Learning a New Language Through Improvisation

What does it mean to know a language? Language is the tool you use to communicate your thoughts to other people. You are probably so good at your language that it usually takes no time to come up with the right words to communicate your thoughts. You probably think in words and sentences. You can have a conversation with yourself inside your head, without saying anything out loud. When it takes no time (or very little) to formulate your thoughts into words, you are highly fluent in your language.

I once tried to learn French. I found myself living with two bilingual speakers of English and French, and I thought this would be a good opportunity to practice. As I was learning, I noticed that I was thinking about what to say, then I was thinking about the English sentence I would use to say it, then I would try to translate that sentence into French. This took some time. It took me a while to remember the correct French words and grammar, and often I couldn’t do it at all. Ultimately this time lag made it impractical for me to speak French around the house, so I never became fluent. If I had stuck with it, this time lag would have eventually decreased. If it got to zero, I would have been able to communicate my ideas in French instantaneously. I might even begin to think in French.

Music is a little different, but the general principle is the same. Great musicians, people who are highly fluent in the language of music, have musical ideas in their imagination, and they instantly know how to make those ideas into a reality using their instrument. This is true whether the musician is improvising, or whether they are playing a pre-written song. Think about a song as a story. When you read a story, you don’t memorize it word for word. You remember the plot and the characters and what moved you. When great musicians memorize a song, they don’t memorize where they put their fingers on the instrument. They memorize the “plot” of the song - how the song sounds - then they use their knowledge of the language of music to turn the “plot” into the musical notes and rhythms.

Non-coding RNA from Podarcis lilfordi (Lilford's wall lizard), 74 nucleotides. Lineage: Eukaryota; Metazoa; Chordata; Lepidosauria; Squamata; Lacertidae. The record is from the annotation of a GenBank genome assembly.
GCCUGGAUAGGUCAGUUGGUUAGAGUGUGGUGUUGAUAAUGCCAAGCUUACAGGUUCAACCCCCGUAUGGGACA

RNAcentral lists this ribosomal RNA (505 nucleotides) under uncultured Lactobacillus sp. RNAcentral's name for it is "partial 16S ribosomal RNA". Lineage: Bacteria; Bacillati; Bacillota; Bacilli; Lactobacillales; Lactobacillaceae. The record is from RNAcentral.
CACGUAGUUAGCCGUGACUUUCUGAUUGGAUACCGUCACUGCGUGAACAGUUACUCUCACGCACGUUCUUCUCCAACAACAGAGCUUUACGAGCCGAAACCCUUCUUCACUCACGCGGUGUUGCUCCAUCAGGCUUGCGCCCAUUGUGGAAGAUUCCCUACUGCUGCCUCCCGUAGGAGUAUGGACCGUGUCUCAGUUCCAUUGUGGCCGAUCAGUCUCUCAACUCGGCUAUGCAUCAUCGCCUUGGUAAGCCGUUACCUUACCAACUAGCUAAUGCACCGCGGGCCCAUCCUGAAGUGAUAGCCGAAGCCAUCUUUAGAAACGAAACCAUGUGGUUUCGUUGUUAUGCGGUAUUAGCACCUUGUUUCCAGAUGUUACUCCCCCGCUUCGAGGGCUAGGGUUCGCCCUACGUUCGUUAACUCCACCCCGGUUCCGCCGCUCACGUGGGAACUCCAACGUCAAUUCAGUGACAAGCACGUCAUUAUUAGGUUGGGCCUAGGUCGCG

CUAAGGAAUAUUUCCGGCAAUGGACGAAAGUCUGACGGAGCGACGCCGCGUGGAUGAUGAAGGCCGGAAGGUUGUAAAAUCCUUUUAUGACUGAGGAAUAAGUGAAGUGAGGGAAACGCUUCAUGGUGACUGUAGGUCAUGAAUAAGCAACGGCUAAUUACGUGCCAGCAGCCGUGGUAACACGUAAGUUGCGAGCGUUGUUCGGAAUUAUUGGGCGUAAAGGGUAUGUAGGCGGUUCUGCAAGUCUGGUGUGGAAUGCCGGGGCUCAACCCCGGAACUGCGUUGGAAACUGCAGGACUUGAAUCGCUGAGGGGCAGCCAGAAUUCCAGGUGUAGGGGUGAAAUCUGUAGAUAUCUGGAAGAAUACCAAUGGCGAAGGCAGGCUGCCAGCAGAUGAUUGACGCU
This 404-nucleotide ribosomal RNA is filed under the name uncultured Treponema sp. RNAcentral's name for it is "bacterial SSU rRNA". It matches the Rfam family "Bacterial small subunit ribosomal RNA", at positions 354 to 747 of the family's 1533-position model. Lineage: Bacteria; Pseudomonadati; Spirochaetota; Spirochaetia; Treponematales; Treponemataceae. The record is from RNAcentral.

In this book, I’ll teach you the language of music through improvisation. Improvising forces you to learn the language of music, because there are no pre-written instructions on how to translate your original musical ideas into notes and rhythms on your instrument. You must do the translating yourself. I’ll introduce musical concepts that might be new to you, and invite you to use each concept in the context of improvisation. With practice, you will learn to recognize when a concept is relevant to the musical ideas in your imagination, and you’ll be able to use these concepts to translate your ideas into sounds on your instrument.